Anyway, rambling now, but I like how Jack knew Kayla didn’t love him when she married him, and he thought he didn’t care. (I don’t care how you feel, the most important thing is what I feel.) That’s the root of the selfishness. And then of course he found out he did care.

  5. I love that Steve and Kayla couldn’t be noble, not matter how much they may have wanted to be. I also love the irony that by trying to be kind, they ended up being far more cruel than they would have been had they (or at least Steve) not cared so much about Jack. It’s a great way of showing that good intentions and even “selfless” motives can, when taken too far, be very destructive.

    I was thinking about this yesterday and I’m not sure I can explain it properly, but while Steve and Kayla’s actions don’t justify the rape, they are in some ways the key to Jack being redeemable. What I mean is that because the story played out with Jack snapping when he finds out about the affair, it leaves room for the writers to bring Jack back from that. And, wonderfully, they do it without making the rape justified, or even “understandable,” but by showing that there was a kind of unique set of circumstances surrounding everything that happened. So it does all tie together in many ways.

    And I’ve always sort of thought that Jack’s redemption isn’t keyed by Steve and/or Kayla’s forgiveness of him, but more by his forgiveness (for lack of a better word) of them. That is, once he lets go of some of his anger, he can no longer use it to justify his own actions and that’s when he really starts to accept what he did. Plus, there is that great scene with Jack and Kayla outside S&K’s house after Jack brings Kayla back from Italy where he asks her what all of the pain and hurt has been for, if not for the love that Steve and Kayla share that is now represented by the baby she’s carrying. I love how it shows his belief that if Steve and Kayla don’t make it to happily ever after, then all the crap they all put each other through will have been in vain. Steve and Kayla being together somehow makes his own pain worth something. It just shows how much he’s changed in his view of them.

    Then, in this storyline, they can and do use some of the wonderful parallels that are mentioned. It’s more implicit than express, but the similarities serve the purpose, as I said above, of showing all the ways Jack has changed in how he reacts to Jennifer’s withdrawal from him. It’s really another great example of how affair/rape storylines continue to reverberate for years afterwards. I know I’m biased, but I will always believe that the Steve/Kayla/Jack relationship from 1987 to 1991 was storytelling at it’s very finest.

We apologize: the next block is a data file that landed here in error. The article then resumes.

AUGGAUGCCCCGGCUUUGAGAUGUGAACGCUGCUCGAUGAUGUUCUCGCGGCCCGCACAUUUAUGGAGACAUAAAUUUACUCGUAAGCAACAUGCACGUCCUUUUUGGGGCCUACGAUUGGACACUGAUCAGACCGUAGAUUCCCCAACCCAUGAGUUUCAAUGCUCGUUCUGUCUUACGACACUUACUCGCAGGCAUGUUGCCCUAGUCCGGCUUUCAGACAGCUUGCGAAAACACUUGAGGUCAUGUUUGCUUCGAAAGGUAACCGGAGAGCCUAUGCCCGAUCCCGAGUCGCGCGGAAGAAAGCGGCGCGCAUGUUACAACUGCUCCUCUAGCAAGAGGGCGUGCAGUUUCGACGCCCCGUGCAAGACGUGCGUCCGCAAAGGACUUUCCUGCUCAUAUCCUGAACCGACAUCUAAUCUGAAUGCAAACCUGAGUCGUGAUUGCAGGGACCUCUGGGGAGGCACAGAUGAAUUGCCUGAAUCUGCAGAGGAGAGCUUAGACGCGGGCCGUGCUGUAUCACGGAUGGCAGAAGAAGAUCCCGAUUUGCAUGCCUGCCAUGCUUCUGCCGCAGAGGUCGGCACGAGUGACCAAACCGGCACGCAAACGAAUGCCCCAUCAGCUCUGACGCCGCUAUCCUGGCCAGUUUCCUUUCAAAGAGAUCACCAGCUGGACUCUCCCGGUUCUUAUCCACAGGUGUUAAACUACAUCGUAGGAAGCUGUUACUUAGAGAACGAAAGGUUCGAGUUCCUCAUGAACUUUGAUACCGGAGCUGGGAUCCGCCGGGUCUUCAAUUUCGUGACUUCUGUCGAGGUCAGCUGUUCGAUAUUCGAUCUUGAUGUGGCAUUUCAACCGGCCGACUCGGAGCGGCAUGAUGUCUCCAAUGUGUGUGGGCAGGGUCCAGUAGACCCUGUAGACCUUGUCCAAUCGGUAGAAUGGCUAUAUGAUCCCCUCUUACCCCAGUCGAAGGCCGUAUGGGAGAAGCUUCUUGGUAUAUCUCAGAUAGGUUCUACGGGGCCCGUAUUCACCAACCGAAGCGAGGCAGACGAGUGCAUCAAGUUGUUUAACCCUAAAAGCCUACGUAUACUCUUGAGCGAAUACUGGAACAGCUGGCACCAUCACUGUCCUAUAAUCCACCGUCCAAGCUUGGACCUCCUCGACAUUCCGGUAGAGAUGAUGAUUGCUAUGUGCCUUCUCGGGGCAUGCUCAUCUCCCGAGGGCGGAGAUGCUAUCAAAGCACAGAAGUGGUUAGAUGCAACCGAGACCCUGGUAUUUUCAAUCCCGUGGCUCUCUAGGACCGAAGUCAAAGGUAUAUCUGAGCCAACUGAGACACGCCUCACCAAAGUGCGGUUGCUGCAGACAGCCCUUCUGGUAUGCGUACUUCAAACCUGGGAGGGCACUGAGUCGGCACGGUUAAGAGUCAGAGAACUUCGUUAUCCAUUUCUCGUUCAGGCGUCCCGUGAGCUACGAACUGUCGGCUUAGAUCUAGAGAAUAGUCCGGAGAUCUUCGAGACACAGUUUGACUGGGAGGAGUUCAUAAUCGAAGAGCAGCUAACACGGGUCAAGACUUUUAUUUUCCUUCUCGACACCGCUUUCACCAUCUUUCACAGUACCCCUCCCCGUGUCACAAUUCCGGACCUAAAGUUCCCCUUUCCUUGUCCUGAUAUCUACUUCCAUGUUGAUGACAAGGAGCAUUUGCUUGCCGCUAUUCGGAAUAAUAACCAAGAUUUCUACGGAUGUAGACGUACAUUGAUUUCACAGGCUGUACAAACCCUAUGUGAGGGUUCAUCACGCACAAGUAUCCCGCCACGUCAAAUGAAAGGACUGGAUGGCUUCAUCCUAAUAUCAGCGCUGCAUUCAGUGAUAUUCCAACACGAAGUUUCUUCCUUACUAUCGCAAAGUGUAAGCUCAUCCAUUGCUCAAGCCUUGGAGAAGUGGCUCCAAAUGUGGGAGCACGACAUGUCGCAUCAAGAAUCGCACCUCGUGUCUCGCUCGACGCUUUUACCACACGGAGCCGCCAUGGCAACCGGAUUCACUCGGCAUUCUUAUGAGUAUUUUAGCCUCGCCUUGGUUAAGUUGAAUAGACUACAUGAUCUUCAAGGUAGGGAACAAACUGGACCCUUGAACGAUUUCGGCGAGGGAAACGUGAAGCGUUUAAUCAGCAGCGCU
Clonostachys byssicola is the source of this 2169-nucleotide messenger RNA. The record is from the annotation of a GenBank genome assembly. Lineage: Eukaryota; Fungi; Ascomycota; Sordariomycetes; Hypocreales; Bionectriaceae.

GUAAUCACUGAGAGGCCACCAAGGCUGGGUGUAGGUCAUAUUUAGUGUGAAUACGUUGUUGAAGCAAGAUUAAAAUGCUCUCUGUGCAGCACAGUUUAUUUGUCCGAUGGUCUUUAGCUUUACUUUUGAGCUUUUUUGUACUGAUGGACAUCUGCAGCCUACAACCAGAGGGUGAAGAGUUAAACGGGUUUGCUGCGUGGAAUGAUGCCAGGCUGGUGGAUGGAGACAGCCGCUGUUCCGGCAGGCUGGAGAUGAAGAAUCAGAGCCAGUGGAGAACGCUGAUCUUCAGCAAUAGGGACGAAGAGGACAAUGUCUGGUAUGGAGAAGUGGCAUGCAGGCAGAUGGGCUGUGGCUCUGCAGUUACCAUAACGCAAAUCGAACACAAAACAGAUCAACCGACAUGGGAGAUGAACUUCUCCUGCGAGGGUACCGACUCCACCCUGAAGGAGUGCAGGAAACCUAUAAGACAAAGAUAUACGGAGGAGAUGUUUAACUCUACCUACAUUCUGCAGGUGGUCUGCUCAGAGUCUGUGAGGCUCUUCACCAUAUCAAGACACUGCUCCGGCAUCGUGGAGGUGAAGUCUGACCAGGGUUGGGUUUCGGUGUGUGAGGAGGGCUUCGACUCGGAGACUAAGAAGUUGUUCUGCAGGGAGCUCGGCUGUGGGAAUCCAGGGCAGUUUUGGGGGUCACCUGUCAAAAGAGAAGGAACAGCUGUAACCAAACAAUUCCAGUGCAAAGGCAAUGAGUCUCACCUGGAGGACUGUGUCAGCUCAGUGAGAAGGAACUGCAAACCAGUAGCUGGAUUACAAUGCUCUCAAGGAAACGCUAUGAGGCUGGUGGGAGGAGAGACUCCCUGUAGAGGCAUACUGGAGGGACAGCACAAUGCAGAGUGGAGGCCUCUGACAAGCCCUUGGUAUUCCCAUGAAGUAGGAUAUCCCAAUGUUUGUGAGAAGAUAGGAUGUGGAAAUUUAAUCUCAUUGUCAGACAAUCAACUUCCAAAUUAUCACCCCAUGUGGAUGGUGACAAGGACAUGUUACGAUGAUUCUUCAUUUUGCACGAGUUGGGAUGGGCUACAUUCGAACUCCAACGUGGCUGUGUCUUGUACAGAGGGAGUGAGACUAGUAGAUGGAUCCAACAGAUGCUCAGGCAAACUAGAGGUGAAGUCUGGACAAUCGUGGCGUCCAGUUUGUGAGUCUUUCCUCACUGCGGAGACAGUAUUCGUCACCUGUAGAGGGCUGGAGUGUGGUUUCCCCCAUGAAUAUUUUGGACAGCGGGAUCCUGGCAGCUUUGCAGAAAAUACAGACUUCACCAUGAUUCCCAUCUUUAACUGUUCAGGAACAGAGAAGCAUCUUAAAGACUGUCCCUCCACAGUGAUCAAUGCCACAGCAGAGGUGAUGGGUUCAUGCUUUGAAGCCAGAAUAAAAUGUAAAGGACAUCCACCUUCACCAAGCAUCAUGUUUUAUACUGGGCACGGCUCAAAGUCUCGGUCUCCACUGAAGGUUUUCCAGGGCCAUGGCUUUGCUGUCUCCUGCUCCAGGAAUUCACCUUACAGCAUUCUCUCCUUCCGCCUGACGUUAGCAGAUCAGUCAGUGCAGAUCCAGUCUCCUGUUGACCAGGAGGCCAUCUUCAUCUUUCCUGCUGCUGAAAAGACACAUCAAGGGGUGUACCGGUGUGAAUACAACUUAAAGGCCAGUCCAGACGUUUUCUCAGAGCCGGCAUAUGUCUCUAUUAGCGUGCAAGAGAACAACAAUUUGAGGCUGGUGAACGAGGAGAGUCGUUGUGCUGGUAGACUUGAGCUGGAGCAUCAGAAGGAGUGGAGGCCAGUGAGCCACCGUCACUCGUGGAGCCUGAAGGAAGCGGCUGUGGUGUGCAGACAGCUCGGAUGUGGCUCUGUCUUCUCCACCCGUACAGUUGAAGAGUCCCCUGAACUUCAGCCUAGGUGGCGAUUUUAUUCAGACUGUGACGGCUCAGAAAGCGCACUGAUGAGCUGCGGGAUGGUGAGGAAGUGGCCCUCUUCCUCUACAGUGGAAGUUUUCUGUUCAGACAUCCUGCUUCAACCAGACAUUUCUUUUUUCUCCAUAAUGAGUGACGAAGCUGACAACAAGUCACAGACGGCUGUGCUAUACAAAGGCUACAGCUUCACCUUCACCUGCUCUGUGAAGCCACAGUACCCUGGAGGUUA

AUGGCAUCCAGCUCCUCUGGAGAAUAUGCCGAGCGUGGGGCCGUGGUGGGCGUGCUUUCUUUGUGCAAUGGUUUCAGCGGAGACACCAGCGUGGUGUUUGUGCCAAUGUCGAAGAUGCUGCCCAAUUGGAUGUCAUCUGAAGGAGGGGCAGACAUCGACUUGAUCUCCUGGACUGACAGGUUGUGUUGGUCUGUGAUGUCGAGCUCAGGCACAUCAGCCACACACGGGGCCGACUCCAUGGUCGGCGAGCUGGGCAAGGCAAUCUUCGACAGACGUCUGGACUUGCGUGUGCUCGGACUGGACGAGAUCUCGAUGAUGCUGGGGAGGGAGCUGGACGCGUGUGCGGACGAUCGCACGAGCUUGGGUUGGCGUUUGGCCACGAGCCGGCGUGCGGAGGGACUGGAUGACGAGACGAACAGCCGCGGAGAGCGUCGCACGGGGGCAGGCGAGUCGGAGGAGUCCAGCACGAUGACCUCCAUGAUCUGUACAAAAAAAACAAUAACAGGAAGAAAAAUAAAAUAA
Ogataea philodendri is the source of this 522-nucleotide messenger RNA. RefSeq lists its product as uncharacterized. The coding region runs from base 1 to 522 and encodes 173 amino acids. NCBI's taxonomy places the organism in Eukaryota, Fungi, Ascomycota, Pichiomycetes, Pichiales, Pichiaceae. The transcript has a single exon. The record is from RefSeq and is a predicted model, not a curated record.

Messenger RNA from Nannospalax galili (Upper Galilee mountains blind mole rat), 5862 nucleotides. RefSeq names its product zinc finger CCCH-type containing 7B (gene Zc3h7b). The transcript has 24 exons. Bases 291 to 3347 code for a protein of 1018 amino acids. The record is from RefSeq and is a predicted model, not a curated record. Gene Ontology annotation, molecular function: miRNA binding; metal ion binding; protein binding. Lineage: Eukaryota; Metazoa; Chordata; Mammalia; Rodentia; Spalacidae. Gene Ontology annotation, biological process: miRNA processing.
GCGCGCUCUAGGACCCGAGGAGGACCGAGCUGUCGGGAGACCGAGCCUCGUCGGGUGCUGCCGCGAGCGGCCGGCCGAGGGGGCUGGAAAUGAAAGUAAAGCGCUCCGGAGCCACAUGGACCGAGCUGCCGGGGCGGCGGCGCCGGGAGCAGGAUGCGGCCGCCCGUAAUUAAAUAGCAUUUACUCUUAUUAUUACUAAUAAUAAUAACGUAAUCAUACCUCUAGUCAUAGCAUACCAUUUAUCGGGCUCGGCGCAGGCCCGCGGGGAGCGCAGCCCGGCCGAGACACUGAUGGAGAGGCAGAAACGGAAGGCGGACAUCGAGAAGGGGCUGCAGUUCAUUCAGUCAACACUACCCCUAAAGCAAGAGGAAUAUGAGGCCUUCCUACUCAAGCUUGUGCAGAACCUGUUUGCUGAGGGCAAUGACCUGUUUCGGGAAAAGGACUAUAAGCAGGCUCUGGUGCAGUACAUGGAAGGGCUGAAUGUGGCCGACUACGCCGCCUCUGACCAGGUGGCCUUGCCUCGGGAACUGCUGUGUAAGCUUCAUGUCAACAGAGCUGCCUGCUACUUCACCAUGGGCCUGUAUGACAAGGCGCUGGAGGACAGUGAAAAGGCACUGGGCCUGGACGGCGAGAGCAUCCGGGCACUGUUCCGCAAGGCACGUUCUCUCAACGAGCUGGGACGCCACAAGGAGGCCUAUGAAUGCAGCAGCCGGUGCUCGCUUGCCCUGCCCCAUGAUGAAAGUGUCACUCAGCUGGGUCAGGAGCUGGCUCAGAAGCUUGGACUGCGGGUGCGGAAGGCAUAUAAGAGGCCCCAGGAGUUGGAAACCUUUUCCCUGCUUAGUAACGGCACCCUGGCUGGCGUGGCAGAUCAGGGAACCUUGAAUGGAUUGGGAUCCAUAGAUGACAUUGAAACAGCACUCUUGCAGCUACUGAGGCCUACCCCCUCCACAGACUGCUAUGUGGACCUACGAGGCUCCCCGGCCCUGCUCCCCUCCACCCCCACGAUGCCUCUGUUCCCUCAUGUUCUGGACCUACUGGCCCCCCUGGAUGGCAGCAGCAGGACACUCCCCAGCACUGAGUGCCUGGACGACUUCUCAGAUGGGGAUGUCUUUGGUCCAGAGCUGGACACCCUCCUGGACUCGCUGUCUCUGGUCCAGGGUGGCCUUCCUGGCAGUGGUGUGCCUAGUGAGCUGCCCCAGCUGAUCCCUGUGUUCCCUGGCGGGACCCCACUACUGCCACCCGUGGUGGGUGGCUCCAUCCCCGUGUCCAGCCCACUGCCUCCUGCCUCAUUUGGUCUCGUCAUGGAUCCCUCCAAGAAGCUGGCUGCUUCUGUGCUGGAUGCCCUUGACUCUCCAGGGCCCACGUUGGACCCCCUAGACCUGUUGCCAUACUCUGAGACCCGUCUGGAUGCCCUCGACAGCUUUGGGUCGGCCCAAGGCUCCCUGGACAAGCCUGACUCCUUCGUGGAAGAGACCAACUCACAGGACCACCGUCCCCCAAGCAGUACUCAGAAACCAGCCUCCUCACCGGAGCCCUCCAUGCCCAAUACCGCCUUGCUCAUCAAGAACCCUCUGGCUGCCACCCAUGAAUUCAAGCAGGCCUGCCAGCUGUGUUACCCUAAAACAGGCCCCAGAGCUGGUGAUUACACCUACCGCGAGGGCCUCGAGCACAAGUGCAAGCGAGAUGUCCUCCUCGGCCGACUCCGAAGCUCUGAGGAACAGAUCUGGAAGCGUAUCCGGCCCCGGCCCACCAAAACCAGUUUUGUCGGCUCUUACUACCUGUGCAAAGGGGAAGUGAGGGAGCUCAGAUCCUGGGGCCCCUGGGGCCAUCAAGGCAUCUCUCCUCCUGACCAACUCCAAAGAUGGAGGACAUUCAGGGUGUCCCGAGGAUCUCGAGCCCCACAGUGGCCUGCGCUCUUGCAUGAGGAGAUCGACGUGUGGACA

• Oh, excellent point that Steve and Kayla’s mistakes here help to make Jack redeemable later! If they had done everything right, if they had been able to stay away from each other, Jack’s turn to the dark side would be even more evil than it was. It’s strange, because obviously his actions were in no way justified no matter what, but it does spread the guilt around a bit and make them all human and flawed, and somehow that works to make him redeemable in the end.

      And I love your point too that the key to Jack’s redemption is him being able to forgive them, not them forgiving him. I love that scene you mention, where he asks Kayla what it all was for, if she and Steve aren’t together at the end of it? It’s a wonderful indication that he sees their love as somewhat redemptive of everything they all went through, a happy ending that helps him make sense of it all.

      And I agree, I keep coming back to this story because there’s so much there, so many complexities and layers, that keep reverberating through the years after.

  6. Such good good insight, I had to add my own. I think Jack did love Kayla but it was in such a limited selfish way. Even when he came to Salem (as Jack 1.0) it was to pursue Kayla because HE wanted it, she was the right fit for his life, career, family etc. and to help him win elections. It was never about what Kayla need to make her happy it was always about what Jack wanted and he thought Kayla was the right girl for him.

    She was there to support him and that was that.

    Now to Jennifer, and it was opposite, she pursued him because she thought he was the right guy for her. For the longest time Jack kept pushing her away because he did not think he was the right man for her. Totally different and I think it shows that in Jack’s mind (at that time) that this was all the love he could give her to protect her from himself. While his relationship with Kayla was about what HE wanted with Jennifer he builds the relationship with what SHE wants and what will make her happy. When they finally do get together and it goes wrong he shows her that he blames himself (never her) for what has happened. Selfish love and completely different from his “love” of Kayla.